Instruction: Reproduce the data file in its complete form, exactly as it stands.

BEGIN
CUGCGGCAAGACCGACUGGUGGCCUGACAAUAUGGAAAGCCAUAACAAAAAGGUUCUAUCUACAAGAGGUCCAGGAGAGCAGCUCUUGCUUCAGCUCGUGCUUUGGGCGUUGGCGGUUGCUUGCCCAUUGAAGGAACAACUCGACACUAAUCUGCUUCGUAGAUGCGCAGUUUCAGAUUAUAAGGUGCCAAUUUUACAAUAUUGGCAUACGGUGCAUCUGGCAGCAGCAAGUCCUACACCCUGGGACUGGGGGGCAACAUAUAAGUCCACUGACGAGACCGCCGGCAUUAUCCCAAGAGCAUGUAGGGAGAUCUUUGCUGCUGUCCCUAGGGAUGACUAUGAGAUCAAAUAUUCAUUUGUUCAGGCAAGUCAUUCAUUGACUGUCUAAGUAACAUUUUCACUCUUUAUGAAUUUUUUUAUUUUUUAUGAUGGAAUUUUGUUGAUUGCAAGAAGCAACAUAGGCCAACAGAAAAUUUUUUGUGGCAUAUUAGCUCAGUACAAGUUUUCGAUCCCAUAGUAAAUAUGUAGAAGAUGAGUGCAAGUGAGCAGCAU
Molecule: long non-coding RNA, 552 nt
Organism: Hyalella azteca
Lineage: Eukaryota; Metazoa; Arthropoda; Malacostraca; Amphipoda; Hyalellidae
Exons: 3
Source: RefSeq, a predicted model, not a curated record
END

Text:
CUGCGGCAAGACCGACUGGUGGCCUGACAAUAUGGAAAGCCAUAACAAAAAGGUUCUAUCUACAAGAGGUCCAGGAGAGCAGCUCUUGCUUCAGCUCGUGCUUUGGGCGUUGGCGGUUGCUUGCCCAUUGAAGGAACAACUCGACACUAAUCUGCUUCGUAGAUGCGCAGUUUCAGAUUAUAAGGUGCCAAUUUUACAAUAUUGGCAUACGGUGCAUCUGGCAGCAGCAAGUCCUACACCCUGGGACUGGGGGGCAACAUAUAAGUCCACUGACGAGACCGCCGGCAUUAUCCCAAGAGCAUGUAGGGAGAUCUUUGCUGCUGUCCCUAGGGAUGACUAUGAGAUCAAAUAUUCAUUUGUUCAGGCAAGUCAUUCAUUGACUGUCUAAGUAACAUUUUCACUCUUUAUGAAUUUUUUUAUUUUUUAUGAUGGAAUUUUGUUGAUUGCAAGAAGCAACAUAGGCCAACAGAAAAUUUUUUGUGGCAUAUUAGCUCAGUACAAGUUUUCGAUCCCAUAGUAAAUAUGUAGAAGAUGAGUGCAAGUGAGCAGCAU
Molecule: long non-coding RNA, 552 nt
Organism: Hyalella azteca
Lineage: Eukaryota; Metazoa; Arthropoda; Malacostraca; Amphipoda; Hyalellidae
Exons: 3
Source: RefSeq, a predicted model, not a curated record